A person watching videos that show things opening—a door, a book, curtains, a blooming flower, a yawning dog—easily understands that the same type of action is depicted in each clip. “Computer models fail miserably to identify these things. How do humans do it so effortlessly?” asks Dan Gutfreund, a principal investigator at the MIT-IBM Watson AI Laboratory and a staff member at IBM Research. “We process information as it happens in space and time. How can we teach computer models to do that?”

Such are the big questions behind one of the new projects underway at the MIT-IBM Watson AI Laboratory, a collaboration for research on the frontiers of artificial intelligence. Launched last fall, the lab connects MIT and IBM researchers to work together on AI algorithms, the application of AI to industries, the physics of AI, and ways to use AI to advance shared prosperity. The Moments in Time data set is one of three new projects funded by the lab. It pairs Gutfreund with Aude Oliva, a principal research scientist at the MIT Computer Science and Artificial Intelligence Laboratory, as the project’s principal investigators. Moments in Time is built on a collection of 1 million annotated videos of dynamic events unfolding within three seconds. Gutfreund and Oliva, who is also the MIT executive director at the MIT-IBM Watson AI Lab, are using these clips to address one of the next big steps for AI: teaching machines to recognize actions.

“As we grow up, we look around, we see people and objects moving, we hear sounds that people and objects make. We have a lot of visual and auditory experiences. An AI system needs to learn the same way and be fed with videos and dynamic information,” Oliva says. For every action category in the data set, such as cooking, running, or opening, there are more than 2,000 videos. The short clips enable computer models to better learn the diversity of meaning around specific actions and events. “This data set can serve as a new challenge to develop AI models that scale to the level of complexity and abstract reasoning that a human processes on a daily basis,” Oliva adds. Oliva and Gutfreund, along with additional researchers from MIT and IBM, met weekly for more than a year to tackle technical issues, such as how to choose the action categories for annotations, where to find the videos, and how to put together a wide array so the AI system learns without bias. The team also developed machine learning models, which were then used to scale the data collection.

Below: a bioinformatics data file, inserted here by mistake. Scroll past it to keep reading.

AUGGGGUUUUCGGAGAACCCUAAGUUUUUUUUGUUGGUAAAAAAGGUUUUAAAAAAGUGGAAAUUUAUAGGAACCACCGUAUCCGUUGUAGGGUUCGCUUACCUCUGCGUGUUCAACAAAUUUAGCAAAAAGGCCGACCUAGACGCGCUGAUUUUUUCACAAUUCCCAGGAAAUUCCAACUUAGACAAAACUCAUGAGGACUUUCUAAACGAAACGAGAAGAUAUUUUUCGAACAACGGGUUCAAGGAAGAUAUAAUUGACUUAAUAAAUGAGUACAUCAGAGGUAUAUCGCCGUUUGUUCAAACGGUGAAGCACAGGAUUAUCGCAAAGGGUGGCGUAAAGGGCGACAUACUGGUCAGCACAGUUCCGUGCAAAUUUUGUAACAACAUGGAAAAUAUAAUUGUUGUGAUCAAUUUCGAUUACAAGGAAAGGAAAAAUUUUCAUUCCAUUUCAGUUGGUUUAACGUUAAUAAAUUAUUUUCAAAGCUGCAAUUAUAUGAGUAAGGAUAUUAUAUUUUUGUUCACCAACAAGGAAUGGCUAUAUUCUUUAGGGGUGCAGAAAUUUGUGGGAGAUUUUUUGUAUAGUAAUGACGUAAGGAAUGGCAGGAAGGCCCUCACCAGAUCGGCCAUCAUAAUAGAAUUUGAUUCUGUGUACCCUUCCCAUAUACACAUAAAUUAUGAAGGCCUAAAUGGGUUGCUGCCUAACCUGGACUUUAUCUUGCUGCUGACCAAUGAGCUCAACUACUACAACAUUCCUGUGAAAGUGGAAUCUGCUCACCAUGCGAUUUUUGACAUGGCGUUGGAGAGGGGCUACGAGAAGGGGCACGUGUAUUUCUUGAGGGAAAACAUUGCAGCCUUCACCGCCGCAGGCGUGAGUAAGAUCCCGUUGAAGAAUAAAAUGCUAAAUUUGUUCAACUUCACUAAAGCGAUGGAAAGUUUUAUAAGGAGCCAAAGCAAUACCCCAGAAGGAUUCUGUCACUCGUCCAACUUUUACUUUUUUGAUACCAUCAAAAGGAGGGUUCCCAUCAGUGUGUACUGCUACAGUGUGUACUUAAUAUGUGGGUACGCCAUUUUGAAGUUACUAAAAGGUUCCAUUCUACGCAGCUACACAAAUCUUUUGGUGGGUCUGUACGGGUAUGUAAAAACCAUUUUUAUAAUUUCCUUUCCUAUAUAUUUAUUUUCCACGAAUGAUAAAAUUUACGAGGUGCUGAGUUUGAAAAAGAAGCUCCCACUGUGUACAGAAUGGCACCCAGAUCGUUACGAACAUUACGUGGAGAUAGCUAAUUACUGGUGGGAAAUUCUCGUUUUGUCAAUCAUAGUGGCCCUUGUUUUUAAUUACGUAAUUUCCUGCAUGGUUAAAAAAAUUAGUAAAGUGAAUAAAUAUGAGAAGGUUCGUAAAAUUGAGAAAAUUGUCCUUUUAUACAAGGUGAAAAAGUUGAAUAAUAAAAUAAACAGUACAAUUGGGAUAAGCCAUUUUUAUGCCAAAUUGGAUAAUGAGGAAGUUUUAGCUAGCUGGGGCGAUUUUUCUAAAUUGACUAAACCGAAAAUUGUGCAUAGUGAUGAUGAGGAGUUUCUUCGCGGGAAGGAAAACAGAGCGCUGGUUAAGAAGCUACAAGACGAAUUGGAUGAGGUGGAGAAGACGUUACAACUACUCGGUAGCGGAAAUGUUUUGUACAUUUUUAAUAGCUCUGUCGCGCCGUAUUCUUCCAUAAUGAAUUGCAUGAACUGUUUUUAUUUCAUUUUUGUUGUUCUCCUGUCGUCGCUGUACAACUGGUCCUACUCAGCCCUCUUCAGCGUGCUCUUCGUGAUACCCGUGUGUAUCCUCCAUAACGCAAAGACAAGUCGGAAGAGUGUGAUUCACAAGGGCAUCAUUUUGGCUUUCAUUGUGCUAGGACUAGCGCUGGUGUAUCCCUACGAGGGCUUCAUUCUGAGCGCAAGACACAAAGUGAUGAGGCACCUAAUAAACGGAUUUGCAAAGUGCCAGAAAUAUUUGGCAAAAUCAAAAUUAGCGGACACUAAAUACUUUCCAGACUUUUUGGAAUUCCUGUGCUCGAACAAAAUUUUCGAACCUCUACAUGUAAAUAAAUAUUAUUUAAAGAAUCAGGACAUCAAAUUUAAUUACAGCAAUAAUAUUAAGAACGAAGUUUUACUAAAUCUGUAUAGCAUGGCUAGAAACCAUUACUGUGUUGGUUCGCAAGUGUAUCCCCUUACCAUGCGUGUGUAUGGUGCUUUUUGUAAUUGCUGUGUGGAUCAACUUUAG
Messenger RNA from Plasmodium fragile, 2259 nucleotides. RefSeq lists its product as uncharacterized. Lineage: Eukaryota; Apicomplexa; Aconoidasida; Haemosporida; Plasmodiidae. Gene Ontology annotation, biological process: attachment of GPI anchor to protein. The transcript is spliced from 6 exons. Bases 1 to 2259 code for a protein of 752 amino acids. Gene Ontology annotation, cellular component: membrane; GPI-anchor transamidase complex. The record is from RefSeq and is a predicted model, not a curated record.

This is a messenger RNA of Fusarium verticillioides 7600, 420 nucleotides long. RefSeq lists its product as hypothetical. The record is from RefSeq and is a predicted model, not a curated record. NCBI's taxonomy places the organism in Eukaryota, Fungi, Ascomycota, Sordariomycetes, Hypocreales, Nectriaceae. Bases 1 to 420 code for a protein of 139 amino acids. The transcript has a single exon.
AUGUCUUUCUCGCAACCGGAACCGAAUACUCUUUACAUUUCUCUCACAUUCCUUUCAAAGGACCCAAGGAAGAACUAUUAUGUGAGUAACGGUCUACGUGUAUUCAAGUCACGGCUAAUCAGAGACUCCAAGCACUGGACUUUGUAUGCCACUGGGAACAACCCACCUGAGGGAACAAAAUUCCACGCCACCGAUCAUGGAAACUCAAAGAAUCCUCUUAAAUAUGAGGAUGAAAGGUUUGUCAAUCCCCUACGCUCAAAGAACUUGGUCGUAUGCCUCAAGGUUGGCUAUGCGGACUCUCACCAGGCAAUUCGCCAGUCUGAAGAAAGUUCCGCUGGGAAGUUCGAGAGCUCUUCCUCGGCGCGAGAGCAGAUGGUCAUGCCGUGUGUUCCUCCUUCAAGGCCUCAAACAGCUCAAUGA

One key goal at the lab is the development of AI systems that move beyond specialized tasks to tackle more complex problems and benefit from robust and continuous learning. “We are seeking new algorithms that not only leverage big data when available—but also learn from limited data to augment human intelligence,” said Sophie V. Vandebroek, chief operating officer of IBM Research, about the collaboration.

In addition to pairing the unique technical and scientific strengths of each organization, IBM is also bringing MIT researchers an influx of resources, signaled by its $240 million investment in AI efforts over the next 10 years, dedicated to the MIT-IBM Watson AI Lab. And the alignment of MIT-IBM interest in AI is proving beneficial, according to Oliva.

“IBM came to MIT with an interest in developing new ideas for an artificial intelligence system based on vision. I proposed a project where we build data sets to feed the model about the world. It had not been done before at this level. It was a novel undertaking. Now people can go to our website and download the data set and our deep-learning computer models.”

In addition, Oliva says, MIT and IBM researchers have published an article describing the performance of neural network models trained on the data set, which itself was deepened by shared viewpoints. “IBM researchers gave us ideas to add action categories to have more richness in areas like health care and sports. They broadened our view. They gave us ideas about how AI can make an impact from the perspective of business and the needs of the world,” she says.

A longer version of this story originally appeared on MIT News on April 4, 2018.

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